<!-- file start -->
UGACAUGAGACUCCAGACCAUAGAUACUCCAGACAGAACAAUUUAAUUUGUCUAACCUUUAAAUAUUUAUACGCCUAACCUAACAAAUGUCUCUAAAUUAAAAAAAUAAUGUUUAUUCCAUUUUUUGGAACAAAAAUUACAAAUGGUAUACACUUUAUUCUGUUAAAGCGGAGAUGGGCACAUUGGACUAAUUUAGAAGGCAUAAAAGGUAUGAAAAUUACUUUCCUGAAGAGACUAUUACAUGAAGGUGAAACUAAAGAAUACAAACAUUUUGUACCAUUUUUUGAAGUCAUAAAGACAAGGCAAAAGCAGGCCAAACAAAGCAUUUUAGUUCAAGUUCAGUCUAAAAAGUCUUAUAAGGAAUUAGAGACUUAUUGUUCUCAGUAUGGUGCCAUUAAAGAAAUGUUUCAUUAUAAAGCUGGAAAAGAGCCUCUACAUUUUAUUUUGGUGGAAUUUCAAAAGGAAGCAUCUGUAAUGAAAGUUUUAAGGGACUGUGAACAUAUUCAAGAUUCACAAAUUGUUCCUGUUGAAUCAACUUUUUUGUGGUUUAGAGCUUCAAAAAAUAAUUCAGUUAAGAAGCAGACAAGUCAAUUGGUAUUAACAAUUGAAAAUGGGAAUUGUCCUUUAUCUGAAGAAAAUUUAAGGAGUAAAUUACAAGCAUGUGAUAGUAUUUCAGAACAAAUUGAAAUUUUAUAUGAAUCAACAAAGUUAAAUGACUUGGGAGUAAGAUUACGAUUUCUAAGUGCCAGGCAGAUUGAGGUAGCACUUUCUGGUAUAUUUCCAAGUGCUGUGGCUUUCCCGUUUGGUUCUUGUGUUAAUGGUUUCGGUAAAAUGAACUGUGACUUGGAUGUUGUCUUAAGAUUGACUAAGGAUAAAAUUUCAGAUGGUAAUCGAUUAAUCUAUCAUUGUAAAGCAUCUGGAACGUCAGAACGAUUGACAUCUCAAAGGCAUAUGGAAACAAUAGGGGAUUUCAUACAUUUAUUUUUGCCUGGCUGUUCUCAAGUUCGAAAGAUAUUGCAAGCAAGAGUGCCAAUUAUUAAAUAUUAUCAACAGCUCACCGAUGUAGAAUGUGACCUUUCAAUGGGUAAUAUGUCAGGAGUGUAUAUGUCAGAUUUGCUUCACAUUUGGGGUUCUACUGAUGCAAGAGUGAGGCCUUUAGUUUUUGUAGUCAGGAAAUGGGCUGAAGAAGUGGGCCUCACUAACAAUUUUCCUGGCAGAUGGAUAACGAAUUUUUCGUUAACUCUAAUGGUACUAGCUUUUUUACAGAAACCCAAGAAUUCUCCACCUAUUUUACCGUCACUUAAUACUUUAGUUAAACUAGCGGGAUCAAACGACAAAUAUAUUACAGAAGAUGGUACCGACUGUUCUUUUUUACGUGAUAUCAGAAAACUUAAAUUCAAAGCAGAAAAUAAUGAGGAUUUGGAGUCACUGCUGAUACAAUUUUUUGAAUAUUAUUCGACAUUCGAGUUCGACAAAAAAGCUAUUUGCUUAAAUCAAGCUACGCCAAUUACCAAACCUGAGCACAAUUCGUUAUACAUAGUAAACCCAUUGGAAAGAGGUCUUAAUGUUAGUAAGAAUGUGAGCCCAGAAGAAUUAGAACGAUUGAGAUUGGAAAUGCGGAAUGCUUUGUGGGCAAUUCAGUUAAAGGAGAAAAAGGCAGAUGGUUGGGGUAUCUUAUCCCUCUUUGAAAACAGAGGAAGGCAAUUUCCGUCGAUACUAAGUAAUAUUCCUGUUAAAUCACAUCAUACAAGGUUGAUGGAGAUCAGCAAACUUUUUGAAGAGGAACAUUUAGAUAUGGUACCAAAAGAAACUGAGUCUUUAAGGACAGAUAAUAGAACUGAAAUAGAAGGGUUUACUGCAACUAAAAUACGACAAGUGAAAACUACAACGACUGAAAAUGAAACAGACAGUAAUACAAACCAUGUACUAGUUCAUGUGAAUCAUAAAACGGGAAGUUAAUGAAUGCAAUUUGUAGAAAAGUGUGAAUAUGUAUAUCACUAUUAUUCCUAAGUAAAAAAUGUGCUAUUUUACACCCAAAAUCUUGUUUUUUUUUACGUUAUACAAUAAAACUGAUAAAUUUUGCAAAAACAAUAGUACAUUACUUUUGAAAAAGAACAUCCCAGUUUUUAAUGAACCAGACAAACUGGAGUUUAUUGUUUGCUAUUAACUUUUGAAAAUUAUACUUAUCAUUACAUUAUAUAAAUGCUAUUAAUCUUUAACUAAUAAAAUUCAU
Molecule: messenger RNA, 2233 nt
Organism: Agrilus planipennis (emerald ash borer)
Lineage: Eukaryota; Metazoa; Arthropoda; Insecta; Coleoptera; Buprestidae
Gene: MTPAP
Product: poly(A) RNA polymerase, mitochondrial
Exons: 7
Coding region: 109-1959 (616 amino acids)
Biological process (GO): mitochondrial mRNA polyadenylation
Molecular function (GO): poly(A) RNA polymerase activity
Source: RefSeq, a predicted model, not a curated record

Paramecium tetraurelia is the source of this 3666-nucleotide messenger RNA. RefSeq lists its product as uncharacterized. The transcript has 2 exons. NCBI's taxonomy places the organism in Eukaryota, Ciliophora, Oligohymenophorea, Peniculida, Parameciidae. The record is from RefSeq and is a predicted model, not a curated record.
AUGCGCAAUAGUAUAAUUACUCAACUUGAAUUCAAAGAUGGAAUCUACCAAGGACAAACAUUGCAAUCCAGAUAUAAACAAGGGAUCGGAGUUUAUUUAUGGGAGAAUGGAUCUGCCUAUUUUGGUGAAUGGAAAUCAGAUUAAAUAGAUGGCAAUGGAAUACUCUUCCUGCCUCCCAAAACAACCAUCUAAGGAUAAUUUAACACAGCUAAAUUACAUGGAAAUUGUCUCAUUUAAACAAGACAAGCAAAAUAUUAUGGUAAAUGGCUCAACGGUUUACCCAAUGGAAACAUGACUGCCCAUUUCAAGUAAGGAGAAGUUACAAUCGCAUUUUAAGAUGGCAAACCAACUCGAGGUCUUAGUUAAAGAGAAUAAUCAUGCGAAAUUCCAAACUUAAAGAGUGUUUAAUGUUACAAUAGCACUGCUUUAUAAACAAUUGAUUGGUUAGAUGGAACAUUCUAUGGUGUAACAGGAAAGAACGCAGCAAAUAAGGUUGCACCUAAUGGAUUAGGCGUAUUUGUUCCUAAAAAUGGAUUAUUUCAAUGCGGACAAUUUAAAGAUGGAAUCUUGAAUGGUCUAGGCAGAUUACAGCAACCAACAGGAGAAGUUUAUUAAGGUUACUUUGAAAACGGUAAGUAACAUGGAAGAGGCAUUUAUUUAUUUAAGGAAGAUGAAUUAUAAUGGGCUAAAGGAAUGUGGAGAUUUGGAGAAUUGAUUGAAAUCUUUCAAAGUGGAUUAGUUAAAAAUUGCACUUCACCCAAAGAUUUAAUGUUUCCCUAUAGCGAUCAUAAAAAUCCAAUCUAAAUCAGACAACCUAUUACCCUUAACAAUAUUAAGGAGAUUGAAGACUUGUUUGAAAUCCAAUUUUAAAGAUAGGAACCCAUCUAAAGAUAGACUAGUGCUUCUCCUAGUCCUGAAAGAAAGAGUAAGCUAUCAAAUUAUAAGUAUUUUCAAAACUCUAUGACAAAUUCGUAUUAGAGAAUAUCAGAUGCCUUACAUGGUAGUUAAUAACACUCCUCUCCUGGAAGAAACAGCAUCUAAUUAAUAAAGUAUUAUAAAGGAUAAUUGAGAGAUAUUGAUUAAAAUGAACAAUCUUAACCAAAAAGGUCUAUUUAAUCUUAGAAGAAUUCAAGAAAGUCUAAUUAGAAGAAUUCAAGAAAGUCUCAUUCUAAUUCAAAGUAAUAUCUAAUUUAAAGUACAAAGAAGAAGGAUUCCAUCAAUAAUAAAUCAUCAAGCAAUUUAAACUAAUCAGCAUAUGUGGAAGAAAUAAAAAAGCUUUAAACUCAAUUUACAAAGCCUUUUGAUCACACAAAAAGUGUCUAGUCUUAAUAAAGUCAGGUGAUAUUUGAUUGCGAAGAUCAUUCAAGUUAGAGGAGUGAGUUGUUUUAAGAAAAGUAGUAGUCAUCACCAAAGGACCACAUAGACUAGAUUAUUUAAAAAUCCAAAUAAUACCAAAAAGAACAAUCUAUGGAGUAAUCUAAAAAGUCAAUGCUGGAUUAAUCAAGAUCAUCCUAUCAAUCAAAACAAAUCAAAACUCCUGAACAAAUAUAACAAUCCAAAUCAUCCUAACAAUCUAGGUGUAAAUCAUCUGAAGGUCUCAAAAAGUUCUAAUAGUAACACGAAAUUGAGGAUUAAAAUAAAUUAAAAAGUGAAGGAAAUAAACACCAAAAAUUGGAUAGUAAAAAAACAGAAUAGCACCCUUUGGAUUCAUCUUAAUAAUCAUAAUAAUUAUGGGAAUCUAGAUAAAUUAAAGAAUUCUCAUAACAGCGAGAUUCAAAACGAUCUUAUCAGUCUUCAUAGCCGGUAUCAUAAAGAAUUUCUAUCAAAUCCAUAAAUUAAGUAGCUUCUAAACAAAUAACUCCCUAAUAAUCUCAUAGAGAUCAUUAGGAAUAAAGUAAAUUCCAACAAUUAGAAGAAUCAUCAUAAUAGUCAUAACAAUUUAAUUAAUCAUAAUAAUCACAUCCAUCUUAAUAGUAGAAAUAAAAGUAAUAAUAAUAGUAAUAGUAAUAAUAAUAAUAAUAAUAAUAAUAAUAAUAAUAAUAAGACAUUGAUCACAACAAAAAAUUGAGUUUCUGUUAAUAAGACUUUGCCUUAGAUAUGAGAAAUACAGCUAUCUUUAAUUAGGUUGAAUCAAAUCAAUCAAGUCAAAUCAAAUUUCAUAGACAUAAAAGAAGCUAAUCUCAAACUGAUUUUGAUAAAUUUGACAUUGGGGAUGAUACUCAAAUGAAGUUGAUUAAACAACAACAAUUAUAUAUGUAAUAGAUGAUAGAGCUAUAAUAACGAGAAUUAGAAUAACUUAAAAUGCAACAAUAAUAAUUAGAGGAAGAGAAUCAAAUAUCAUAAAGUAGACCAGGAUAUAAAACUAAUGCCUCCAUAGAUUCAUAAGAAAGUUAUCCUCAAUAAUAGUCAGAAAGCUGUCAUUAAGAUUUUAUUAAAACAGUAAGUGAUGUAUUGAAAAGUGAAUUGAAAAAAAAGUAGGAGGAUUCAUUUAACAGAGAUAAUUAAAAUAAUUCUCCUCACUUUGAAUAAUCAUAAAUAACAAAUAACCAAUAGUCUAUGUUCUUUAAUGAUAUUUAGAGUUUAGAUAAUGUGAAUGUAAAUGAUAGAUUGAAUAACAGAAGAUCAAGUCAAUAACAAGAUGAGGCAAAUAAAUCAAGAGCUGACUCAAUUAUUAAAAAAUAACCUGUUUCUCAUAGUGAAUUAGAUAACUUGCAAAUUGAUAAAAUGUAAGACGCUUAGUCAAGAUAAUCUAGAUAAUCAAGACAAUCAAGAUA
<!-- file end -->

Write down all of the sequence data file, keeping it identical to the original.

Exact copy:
UGACAUGAGACUCCAGACCAUAGAUACUCCAGACAGAACAAUUUAAUUUGUCUAACCUUUAAAUAUUUAUACGCCUAACCUAACAAAUGUCUCUAAAUUAAAAAAAUAAUGUUUAUUCCAUUUUUUGGAACAAAAAUUACAAAUGGUAUACACUUUAUUCUGUUAAAGCGGAGAUGGGCACAUUGGACUAAUUUAGAAGGCAUAAAAGGUAUGAAAAUUACUUUCCUGAAGAGACUAUUACAUGAAGGUGAAACUAAAGAAUACAAACAUUUUGUACCAUUUUUUGAAGUCAUAAAGACAAGGCAAAAGCAGGCCAAACAAAGCAUUUUAGUUCAAGUUCAGUCUAAAAAGUCUUAUAAGGAAUUAGAGACUUAUUGUUCUCAGUAUGGUGCCAUUAAAGAAAUGUUUCAUUAUAAAGCUGGAAAAGAGCCUCUACAUUUUAUUUUGGUGGAAUUUCAAAAGGAAGCAUCUGUAAUGAAAGUUUUAAGGGACUGUGAACAUAUUCAAGAUUCACAAAUUGUUCCUGUUGAAUCAACUUUUUUGUGGUUUAGAGCUUCAAAAAAUAAUUCAGUUAAGAAGCAGACAAGUCAAUUGGUAUUAACAAUUGAAAAUGGGAAUUGUCCUUUAUCUGAAGAAAAUUUAAGGAGUAAAUUACAAGCAUGUGAUAGUAUUUCAGAACAAAUUGAAAUUUUAUAUGAAUCAACAAAGUUAAAUGACUUGGGAGUAAGAUUACGAUUUCUAAGUGCCAGGCAGAUUGAGGUAGCACUUUCUGGUAUAUUUCCAAGUGCUGUGGCUUUCCCGUUUGGUUCUUGUGUUAAUGGUUUCGGUAAAAUGAACUGUGACUUGGAUGUUGUCUUAAGAUUGACUAAGGAUAAAAUUUCAGAUGGUAAUCGAUUAAUCUAUCAUUGUAAAGCAUCUGGAACGUCAGAACGAUUGACAUCUCAAAGGCAUAUGGAAACAAUAGGGGAUUUCAUACAUUUAUUUUUGCCUGGCUGUUCUCAAGUUCGAAAGAUAUUGCAAGCAAGAGUGCCAAUUAUUAAAUAUUAUCAACAGCUCACCGAUGUAGAAUGUGACCUUUCAAUGGGUAAUAUGUCAGGAGUGUAUAUGUCAGAUUUGCUUCACAUUUGGGGUUCUACUGAUGCAAGAGUGAGGCCUUUAGUUUUUGUAGUCAGGAAAUGGGCUGAAGAAGUGGGCCUCACUAACAAUUUUCCUGGCAGAUGGAUAACGAAUUUUUCGUUAACUCUAAUGGUACUAGCUUUUUUACAGAAACCCAAGAAUUCUCCACCUAUUUUACCGUCACUUAAUACUUUAGUUAAACUAGCGGGAUCAAACGACAAAUAUAUUACAGAAGAUGGUACCGACUGUUCUUUUUUACGUGAUAUCAGAAAACUUAAAUUCAAAGCAGAAAAUAAUGAGGAUUUGGAGUCACUGCUGAUACAAUUUUUUGAAUAUUAUUCGACAUUCGAGUUCGACAAAAAAGCUAUUUGCUUAAAUCAAGCUACGCCAAUUACCAAACCUGAGCACAAUUCGUUAUACAUAGUAAACCCAUUGGAAAGAGGUCUUAAUGUUAGUAAGAAUGUGAGCCCAGAAGAAUUAGAACGAUUGAGAUUGGAAAUGCGGAAUGCUUUGUGGGCAAUUCAGUUAAAGGAGAAAAAGGCAGAUGGUUGGGGUAUCUUAUCCCUCUUUGAAAACAGAGGAAGGCAAUUUCCGUCGAUACUAAGUAAUAUUCCUGUUAAAUCACAUCAUACAAGGUUGAUGGAGAUCAGCAAACUUUUUGAAGAGGAACAUUUAGAUAUGGUACCAAAAGAAACUGAGUCUUUAAGGACAGAUAAUAGAACUGAAAUAGAAGGGUUUACUGCAACUAAAAUACGACAAGUGAAAACUACAACGACUGAAAAUGAAACAGACAGUAAUACAAACCAUGUACUAGUUCAUGUGAAUCAUAAAACGGGAAGUUAAUGAAUGCAAUUUGUAGAAAAGUGUGAAUAUGUAUAUCACUAUUAUUCCUAAGUAAAAAAUGUGCUAUUUUACACCCAAAAUCUUGUUUUUUUUUACGUUAUACAAUAAAACUGAUAAAUUUUGCAAAAACAAUAGUACAUUACUUUUGAAAAAGAACAUCCCAGUUUUUAAUGAACCAGACAAACUGGAGUUUAUUGUUUGCUAUUAACUUUUGAAAAUUAUACUUAUCAUUACAUUAUAUAAAUGCUAUUAAUCUUUAACUAAUAAAAUUCAU
Molecule: messenger RNA, 2233 nt
Organism: Agrilus planipennis (emerald ash borer)
Lineage: Eukaryota; Metazoa; Arthropoda; Insecta; Coleoptera; Buprestidae
Gene: MTPAP
Product: poly(A) RNA polymerase, mitochondrial
Exons: 7
Coding region: 109-1959 (616 amino acids)
Biological process (GO): mitochondrial mRNA polyadenylation
Molecular function (GO): poly(A) RNA polymerase activity
Source: RefSeq, a predicted model, not a curated record

Paramecium tetraurelia is the source of this 3666-nucleotide messenger RNA. RefSeq lists its product as uncharacterized. The transcript has 2 exons. NCBI's taxonomy places the organism in Eukaryota, Ciliophora, Oligohymenophorea, Peniculida, Parameciidae. The record is from RefSeq and is a predicted model, not a curated record.
AUGCGCAAUAGUAUAAUUACUCAACUUGAAUUCAAAGAUGGAAUCUACCAAGGACAAACAUUGCAAUCCAGAUAUAAACAAGGGAUCGGAGUUUAUUUAUGGGAGAAUGGAUCUGCCUAUUUUGGUGAAUGGAAAUCAGAUUAAAUAGAUGGCAAUGGAAUACUCUUCCUGCCUCCCAAAACAACCAUCUAAGGAUAAUUUAACACAGCUAAAUUACAUGGAAAUUGUCUCAUUUAAACAAGACAAGCAAAAUAUUAUGGUAAAUGGCUCAACGGUUUACCCAAUGGAAACAUGACUGCCCAUUUCAAGUAAGGAGAAGUUACAAUCGCAUUUUAAGAUGGCAAACCAACUCGAGGUCUUAGUUAAAGAGAAUAAUCAUGCGAAAUUCCAAACUUAAAGAGUGUUUAAUGUUACAAUAGCACUGCUUUAUAAACAAUUGAUUGGUUAGAUGGAACAUUCUAUGGUGUAACAGGAAAGAACGCAGCAAAUAAGGUUGCACCUAAUGGAUUAGGCGUAUUUGUUCCUAAAAAUGGAUUAUUUCAAUGCGGACAAUUUAAAGAUGGAAUCUUGAAUGGUCUAGGCAGAUUACAGCAACCAACAGGAGAAGUUUAUUAAGGUUACUUUGAAAACGGUAAGUAACAUGGAAGAGGCAUUUAUUUAUUUAAGGAAGAUGAAUUAUAAUGGGCUAAAGGAAUGUGGAGAUUUGGAGAAUUGAUUGAAAUCUUUCAAAGUGGAUUAGUUAAAAAUUGCACUUCACCCAAAGAUUUAAUGUUUCCCUAUAGCGAUCAUAAAAAUCCAAUCUAAAUCAGACAACCUAUUACCCUUAACAAUAUUAAGGAGAUUGAAGACUUGUUUGAAAUCCAAUUUUAAAGAUAGGAACCCAUCUAAAGAUAGACUAGUGCUUCUCCUAGUCCUGAAAGAAAGAGUAAGCUAUCAAAUUAUAAGUAUUUUCAAAACUCUAUGACAAAUUCGUAUUAGAGAAUAUCAGAUGCCUUACAUGGUAGUUAAUAACACUCCUCUCCUGGAAGAAACAGCAUCUAAUUAAUAAAGUAUUAUAAAGGAUAAUUGAGAGAUAUUGAUUAAAAUGAACAAUCUUAACCAAAAAGGUCUAUUUAAUCUUAGAAGAAUUCAAGAAAGUCUAAUUAGAAGAAUUCAAGAAAGUCUCAUUCUAAUUCAAAGUAAUAUCUAAUUUAAAGUACAAAGAAGAAGGAUUCCAUCAAUAAUAAAUCAUCAAGCAAUUUAAACUAAUCAGCAUAUGUGGAAGAAAUAAAAAAGCUUUAAACUCAAUUUACAAAGCCUUUUGAUCACACAAAAAGUGUCUAGUCUUAAUAAAGUCAGGUGAUAUUUGAUUGCGAAGAUCAUUCAAGUUAGAGGAGUGAGUUGUUUUAAGAAAAGUAGUAGUCAUCACCAAAGGACCACAUAGACUAGAUUAUUUAAAAAUCCAAAUAAUACCAAAAAGAACAAUCUAUGGAGUAAUCUAAAAAGUCAAUGCUGGAUUAAUCAAGAUCAUCCUAUCAAUCAAAACAAAUCAAAACUCCUGAACAAAUAUAACAAUCCAAAUCAUCCUAACAAUCUAGGUGUAAAUCAUCUGAAGGUCUCAAAAAGUUCUAAUAGUAACACGAAAUUGAGGAUUAAAAUAAAUUAAAAAGUGAAGGAAAUAAACACCAAAAAUUGGAUAGUAAAAAAACAGAAUAGCACCCUUUGGAUUCAUCUUAAUAAUCAUAAUAAUUAUGGGAAUCUAGAUAAAUUAAAGAAUUCUCAUAACAGCGAGAUUCAAAACGAUCUUAUCAGUCUUCAUAGCCGGUAUCAUAAAGAAUUUCUAUCAAAUCCAUAAAUUAAGUAGCUUCUAAACAAAUAACUCCCUAAUAAUCUCAUAGAGAUCAUUAGGAAUAAAGUAAAUUCCAACAAUUAGAAGAAUCAUCAUAAUAGUCAUAACAAUUUAAUUAAUCAUAAUAAUCACAUCCAUCUUAAUAGUAGAAAUAAAAGUAAUAAUAAUAGUAAUAGUAAUAAUAAUAAUAAUAAUAAUAAUAAUAAUAAUAAUAAGACAUUGAUCACAACAAAAAAUUGAGUUUCUGUUAAUAAGACUUUGCCUUAGAUAUGAGAAAUACAGCUAUCUUUAAUUAGGUUGAAUCAAAUCAAUCAAGUCAAAUCAAAUUUCAUAGACAUAAAAGAAGCUAAUCUCAAACUGAUUUUGAUAAAUUUGACAUUGGGGAUGAUACUCAAAUGAAGUUGAUUAAACAACAACAAUUAUAUAUGUAAUAGAUGAUAGAGCUAUAAUAACGAGAAUUAGAAUAACUUAAAAUGCAACAAUAAUAAUUAGAGGAAGAGAAUCAAAUAUCAUAAAGUAGACCAGGAUAUAAAACUAAUGCCUCCAUAGAUUCAUAAGAAAGUUAUCCUCAAUAAUAGUCAGAAAGCUGUCAUUAAGAUUUUAUUAAAACAGUAAGUGAUGUAUUGAAAAGUGAAUUGAAAAAAAAGUAGGAGGAUUCAUUUAACAGAGAUAAUUAAAAUAAUUCUCCUCACUUUGAAUAAUCAUAAAUAACAAAUAACCAAUAGUCUAUGUUCUUUAAUGAUAUUUAGAGUUUAGAUAAUGUGAAUGUAAAUGAUAGAUUGAAUAACAGAAGAUCAAGUCAAUAACAAGAUGAGGCAAAUAAAUCAAGAGCUGACUCAAUUAUUAAAAAAUAACCUGUUUCUCAUAGUGAAUUAGAUAACUUGCAAAUUGAUAAAAUGUAAGACGCUUAGUCAAGAUAAUCUAGAUAAUCAAGACAAUCAAGAUA